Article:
Bustle has a helpful article called: PTSD Is More Common Than You Think, So Here Are 7 Things To Know About The Disorder.
It’s a good, simple guide to what PTSD is, what the symptoms are and how it affects people. For once, it isn’t patronising and the information is accurate and useful. So it explains that PTSD isn’t just experienced by soldiers, that it’s more common among women than men and that there are recognised treatments that work, such as eye movement desensitisation therapy (EMDR) and cognitive behavioural therapy (CBT).
Perhaps most helpfully, it explains how PTSD can make it hard for sufferers to live a normal life:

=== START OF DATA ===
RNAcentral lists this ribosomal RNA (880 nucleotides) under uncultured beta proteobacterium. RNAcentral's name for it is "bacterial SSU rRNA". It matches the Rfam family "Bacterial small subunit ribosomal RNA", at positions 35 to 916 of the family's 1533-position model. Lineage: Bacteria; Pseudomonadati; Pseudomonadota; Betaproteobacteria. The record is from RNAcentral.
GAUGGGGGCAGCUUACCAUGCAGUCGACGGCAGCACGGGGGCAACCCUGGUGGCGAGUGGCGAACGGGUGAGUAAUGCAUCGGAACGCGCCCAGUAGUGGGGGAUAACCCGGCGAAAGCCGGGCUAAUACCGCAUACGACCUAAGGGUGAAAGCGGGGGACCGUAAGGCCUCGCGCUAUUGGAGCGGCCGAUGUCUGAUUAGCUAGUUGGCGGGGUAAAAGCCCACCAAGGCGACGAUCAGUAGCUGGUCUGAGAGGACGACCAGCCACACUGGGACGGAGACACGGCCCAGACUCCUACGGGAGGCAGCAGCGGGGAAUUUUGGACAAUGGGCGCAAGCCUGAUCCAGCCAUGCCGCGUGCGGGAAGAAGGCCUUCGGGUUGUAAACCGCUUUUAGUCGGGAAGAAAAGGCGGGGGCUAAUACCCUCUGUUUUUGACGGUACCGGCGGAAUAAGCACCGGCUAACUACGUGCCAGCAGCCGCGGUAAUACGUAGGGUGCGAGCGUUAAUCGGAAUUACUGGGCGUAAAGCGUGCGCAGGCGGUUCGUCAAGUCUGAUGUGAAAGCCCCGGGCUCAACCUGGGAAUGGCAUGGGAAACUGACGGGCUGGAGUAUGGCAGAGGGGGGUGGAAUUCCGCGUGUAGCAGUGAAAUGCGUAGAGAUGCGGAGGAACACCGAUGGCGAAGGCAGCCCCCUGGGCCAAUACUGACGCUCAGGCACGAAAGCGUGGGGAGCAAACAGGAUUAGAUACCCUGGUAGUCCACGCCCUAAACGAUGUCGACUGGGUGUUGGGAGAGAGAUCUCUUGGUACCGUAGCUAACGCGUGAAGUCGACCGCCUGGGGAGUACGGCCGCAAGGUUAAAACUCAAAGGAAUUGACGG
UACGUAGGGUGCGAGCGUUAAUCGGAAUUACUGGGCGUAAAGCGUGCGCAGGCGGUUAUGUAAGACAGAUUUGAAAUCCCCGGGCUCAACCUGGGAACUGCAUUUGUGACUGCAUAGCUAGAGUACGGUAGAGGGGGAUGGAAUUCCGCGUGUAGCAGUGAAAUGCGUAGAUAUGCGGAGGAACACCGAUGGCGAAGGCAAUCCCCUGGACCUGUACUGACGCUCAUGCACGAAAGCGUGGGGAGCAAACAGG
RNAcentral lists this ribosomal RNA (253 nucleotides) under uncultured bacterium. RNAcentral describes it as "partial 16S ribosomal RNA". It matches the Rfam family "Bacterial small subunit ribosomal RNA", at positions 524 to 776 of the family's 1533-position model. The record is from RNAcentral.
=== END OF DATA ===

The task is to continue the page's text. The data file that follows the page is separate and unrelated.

“It’s hard to develop trusting relationships with PTSD, and even the most stable existing relationships can be negatively impacted. Survivors may feel numb and detached from their loved ones, even when friends and family are supportive. Since one of PTSD’s prime symptoms is avoidance and loss of interest in activities, sufferers may isolate and prefer to be alone. If the trauma involved someone the victim trusted (such as acquaintance rape or partner violence), it can be extremely difficult to continue trusting others close to them.”
PTSD sufferers often find it hard to explain to family and friends what the condition is like and how it affects them. If you’ve found that people close to you are struggling to understand what it’s like to live with PTSD, then showing them this might put them on the right track.